At the doggie resort & spa where my 2 springer spaniels vacation while I’m on the road, the owner of the place tells me that they have friends. And when I pick them up, I do see that my dog’s have playmates and BC is always particularly friendly with Abigail (though both have been neutralized so the romance angle is moot).
I’d think that they were quite brilliant (except that I know better) to figure a way to make friends all without the capacity to communicate with words. One episode of Frozen Planet or any other animal documentary and it becomes clear it isn’t that my dogs are smart (hahahahahaha!) but that linguistics isn’t the key when it comes to the ability to understand.
As it turns out, we humans don’t need much language to communicate either.
We communicate as much with our behavior as our words. Our ability to get our point across successfully can be assessed (using RFID technology) sometimes within 45 seconds and with as much as 87% accuracy! (One look from my husband and I can know exactly what he wants [or doesn’t]. From just the first words on the phone – the same Hi honey, I can tell if I’ve called when he is busy or has time to talk. Less than 45 seconds and with 100% accuracy!) “Rapid cognition” is what it’s called.
And it turns out, according to a report of research by Mark Buchanan that it’s not content nearly as much as it is intent that we most pay attention to. The unconscious and instinctual parts of our brains (so, without our awareness!) instantly (think Malcolm Gladwell’s, Blink) make positive (this is good – let’s make this decision) and negative (could signal danger – avoid!) choices.
Increase your ability to engage without words and you can count on more persuasive presentations, more successful conversations and greater influence in everything you do.
4 Proven Tips to Increase your Ability to Engage by 87%
Based on combined research from MIT and a slew of others, you can increase your ability to engage when you:
1. Mirror others patterns.
We do this intuitively with people we know and like and it’s the basis for NLP (neuro linguistic programming). Mirroring means that if the other person is a slow talker, then in an effort to help them feel comfortable with us, we slow our pace to almost match theirs. If they are enthusiastic, we pump up our levels to reach theirs. Mirroring increases trust because (and this is an unconscious and instinctual brain choice!) we simply find it easier to like people who are like us. (Caveman: You- friend; You – enemy. Grunt.)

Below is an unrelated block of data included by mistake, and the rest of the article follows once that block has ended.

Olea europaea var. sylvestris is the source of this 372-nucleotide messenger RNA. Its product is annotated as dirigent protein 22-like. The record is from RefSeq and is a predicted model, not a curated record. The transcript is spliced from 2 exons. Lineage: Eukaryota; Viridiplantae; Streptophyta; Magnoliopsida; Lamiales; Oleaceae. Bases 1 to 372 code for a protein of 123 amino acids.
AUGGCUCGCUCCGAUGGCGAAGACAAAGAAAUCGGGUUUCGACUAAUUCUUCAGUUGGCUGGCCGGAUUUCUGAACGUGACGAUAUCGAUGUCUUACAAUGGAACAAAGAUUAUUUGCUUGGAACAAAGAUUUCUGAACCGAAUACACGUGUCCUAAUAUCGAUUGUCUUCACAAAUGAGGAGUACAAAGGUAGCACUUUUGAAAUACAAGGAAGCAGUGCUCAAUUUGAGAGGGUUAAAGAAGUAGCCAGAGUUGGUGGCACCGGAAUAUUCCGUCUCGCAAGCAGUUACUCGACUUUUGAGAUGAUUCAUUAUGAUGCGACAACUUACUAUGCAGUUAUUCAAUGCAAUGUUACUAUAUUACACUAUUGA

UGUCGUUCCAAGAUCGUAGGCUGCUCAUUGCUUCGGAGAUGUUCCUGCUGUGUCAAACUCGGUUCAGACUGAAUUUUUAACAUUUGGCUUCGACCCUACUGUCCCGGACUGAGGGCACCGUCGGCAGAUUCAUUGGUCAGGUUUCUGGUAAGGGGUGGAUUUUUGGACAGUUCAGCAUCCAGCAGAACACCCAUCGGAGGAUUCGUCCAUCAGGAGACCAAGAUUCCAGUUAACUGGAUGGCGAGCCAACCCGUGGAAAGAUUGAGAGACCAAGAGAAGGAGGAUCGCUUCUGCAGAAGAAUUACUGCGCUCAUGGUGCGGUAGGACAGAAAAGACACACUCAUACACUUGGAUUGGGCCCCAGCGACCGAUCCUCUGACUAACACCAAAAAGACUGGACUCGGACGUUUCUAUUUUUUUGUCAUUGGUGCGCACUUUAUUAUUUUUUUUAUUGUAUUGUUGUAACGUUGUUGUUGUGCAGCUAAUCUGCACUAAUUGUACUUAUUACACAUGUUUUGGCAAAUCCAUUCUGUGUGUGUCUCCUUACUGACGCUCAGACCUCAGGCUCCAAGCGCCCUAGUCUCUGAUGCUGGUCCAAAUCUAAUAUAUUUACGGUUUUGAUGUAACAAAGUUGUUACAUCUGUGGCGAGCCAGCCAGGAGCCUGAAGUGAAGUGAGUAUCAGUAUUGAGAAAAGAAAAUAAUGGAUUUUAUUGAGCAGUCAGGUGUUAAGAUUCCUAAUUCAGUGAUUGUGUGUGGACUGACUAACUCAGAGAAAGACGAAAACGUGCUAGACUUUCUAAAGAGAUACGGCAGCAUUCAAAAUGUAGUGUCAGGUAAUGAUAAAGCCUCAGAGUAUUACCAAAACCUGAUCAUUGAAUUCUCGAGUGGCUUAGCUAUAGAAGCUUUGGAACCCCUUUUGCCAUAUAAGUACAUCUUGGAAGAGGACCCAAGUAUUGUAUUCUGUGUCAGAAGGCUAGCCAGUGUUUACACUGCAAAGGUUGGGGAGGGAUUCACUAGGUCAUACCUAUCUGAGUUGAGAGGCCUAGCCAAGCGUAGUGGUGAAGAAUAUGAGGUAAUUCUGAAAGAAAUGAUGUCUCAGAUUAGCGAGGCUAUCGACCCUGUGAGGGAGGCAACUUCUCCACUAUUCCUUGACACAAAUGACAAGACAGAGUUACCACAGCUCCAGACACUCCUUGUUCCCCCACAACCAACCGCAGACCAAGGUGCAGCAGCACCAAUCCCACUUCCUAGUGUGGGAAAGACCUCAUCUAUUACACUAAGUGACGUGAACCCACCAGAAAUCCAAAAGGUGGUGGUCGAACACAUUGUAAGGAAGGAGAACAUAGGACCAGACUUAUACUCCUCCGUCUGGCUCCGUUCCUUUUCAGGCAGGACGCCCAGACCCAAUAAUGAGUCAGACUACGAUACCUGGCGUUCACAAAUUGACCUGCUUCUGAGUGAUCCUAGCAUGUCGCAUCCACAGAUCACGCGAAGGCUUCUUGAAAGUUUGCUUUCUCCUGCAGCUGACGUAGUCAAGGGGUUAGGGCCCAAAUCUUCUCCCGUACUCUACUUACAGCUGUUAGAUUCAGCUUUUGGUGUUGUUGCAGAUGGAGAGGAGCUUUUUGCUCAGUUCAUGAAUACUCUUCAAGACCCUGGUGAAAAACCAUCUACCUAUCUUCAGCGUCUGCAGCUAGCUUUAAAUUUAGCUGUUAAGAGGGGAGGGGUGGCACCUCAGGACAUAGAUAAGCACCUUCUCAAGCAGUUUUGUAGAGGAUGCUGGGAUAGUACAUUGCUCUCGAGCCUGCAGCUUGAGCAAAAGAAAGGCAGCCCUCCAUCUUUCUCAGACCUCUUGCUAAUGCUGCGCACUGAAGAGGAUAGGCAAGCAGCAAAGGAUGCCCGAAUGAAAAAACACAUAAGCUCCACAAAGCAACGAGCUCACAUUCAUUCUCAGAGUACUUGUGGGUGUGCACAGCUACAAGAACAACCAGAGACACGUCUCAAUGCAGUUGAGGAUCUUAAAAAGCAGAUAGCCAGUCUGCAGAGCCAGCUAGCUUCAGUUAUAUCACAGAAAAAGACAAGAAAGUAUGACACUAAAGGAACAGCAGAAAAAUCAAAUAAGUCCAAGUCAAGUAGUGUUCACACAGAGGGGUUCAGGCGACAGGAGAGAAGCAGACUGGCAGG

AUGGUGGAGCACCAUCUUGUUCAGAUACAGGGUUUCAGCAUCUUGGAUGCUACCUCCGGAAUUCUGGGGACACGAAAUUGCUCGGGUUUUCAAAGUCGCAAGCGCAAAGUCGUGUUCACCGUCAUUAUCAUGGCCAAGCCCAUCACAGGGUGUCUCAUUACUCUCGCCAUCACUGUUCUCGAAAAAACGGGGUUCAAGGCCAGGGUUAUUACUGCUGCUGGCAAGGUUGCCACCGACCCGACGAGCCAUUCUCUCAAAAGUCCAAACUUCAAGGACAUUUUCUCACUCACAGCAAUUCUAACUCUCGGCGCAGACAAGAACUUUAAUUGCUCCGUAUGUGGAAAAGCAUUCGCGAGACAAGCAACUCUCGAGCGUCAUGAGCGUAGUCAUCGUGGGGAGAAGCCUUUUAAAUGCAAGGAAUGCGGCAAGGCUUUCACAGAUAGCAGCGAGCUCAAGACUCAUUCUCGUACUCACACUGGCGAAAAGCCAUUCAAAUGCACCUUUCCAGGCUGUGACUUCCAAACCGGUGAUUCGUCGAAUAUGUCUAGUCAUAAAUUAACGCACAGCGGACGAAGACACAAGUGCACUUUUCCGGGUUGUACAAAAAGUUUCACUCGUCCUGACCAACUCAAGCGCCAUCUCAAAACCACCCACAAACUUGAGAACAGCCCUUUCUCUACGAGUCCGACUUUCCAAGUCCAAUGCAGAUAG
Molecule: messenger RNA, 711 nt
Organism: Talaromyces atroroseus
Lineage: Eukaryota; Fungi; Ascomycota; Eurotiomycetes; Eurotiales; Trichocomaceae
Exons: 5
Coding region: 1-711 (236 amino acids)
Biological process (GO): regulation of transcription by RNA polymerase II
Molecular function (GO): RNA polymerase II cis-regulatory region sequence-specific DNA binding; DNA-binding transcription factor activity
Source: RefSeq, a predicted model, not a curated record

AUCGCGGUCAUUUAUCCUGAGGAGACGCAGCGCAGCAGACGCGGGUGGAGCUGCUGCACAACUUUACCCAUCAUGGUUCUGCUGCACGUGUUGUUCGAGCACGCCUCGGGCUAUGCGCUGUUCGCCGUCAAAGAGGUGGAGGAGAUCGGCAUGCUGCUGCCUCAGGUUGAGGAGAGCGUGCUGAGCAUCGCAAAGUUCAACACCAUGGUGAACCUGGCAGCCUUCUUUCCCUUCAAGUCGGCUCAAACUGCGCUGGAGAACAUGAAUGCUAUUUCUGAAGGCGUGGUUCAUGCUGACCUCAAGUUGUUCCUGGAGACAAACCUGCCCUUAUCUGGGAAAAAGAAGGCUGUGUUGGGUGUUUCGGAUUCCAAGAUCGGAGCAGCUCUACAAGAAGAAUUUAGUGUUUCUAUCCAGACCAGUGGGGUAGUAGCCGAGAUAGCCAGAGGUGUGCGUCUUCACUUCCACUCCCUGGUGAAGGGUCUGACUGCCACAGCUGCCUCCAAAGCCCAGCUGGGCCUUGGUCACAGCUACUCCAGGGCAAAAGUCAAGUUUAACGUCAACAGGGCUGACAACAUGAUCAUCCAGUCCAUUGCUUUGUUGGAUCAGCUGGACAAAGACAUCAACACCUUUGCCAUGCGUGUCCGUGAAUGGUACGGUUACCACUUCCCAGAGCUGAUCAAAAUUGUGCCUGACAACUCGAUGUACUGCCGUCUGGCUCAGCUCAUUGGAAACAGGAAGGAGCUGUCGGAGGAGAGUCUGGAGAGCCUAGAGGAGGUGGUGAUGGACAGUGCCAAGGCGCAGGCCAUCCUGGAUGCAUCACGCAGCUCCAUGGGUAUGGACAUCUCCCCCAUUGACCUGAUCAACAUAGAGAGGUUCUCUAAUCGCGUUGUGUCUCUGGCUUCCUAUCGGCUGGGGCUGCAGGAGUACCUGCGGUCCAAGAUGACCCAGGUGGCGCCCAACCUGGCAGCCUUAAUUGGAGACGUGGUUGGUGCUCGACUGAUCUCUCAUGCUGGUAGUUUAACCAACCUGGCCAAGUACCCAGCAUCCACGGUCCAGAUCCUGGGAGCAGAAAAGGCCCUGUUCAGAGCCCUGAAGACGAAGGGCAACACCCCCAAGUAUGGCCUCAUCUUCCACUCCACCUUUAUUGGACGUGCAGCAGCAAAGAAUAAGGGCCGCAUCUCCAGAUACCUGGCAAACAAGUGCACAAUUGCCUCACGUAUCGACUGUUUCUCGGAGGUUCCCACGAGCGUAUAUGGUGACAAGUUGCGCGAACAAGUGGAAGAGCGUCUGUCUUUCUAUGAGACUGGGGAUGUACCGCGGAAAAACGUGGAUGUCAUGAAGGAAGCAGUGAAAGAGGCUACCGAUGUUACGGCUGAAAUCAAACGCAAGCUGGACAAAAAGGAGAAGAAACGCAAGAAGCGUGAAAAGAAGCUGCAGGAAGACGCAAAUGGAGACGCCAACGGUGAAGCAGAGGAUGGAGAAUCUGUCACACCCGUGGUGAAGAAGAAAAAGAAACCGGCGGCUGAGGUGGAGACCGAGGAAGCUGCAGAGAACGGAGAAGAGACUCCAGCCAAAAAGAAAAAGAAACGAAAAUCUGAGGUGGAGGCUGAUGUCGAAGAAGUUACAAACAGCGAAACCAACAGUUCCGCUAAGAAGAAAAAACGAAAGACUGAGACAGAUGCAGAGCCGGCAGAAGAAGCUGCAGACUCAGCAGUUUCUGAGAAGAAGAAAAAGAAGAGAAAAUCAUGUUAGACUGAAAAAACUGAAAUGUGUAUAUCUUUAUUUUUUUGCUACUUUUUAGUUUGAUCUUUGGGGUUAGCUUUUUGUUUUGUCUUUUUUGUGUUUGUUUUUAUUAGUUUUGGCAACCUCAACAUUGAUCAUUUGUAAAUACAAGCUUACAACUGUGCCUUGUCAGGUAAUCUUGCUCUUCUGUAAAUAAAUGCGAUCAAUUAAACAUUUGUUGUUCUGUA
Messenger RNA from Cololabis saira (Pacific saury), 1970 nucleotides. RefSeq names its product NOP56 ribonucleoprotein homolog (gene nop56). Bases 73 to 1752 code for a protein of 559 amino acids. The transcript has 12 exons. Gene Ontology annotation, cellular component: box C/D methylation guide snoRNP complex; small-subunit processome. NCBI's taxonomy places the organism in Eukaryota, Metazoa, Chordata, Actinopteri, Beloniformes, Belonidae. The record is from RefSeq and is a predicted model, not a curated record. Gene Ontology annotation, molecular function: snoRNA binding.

2. Exude a confident (not cocky!) conversational tone.
Others relax when they feel confident that we know what we’re talking about. They can focus more on what we have to say and are more comfortable engaging. (Naturally, this doesn’t mean that we can act like we know stuff we don’t! They won’t be relaxed if they [unconsciously and instinctually] feel/think they are being snowed.)
3. Use authentic empathy in your tone of voice.
Empathy is an other person (think customer-centric) approach. Truly empathetic people care deeply about how the other person is feeling. When the other person grasps this (yup – unconsciously and instinctually), they are happier to engage. Conveying your willingness to step back so that they feel comfortable is a practical way to communicate empathy.
4. Control the pace of the conversation.
Once the other person is engaged, it’s important to return to a natural pace. When the other person begins to authentically mimic and mirror our communication style, they are fully engaged.
Did you notice the pattern? Engaging others requires that you help them feel comfortable with you. We’ve always known that it’s “not what you say, but how you say it.” When you have something to say, and say it well, engagement and persuasion comes easily.
Try this and report on your success!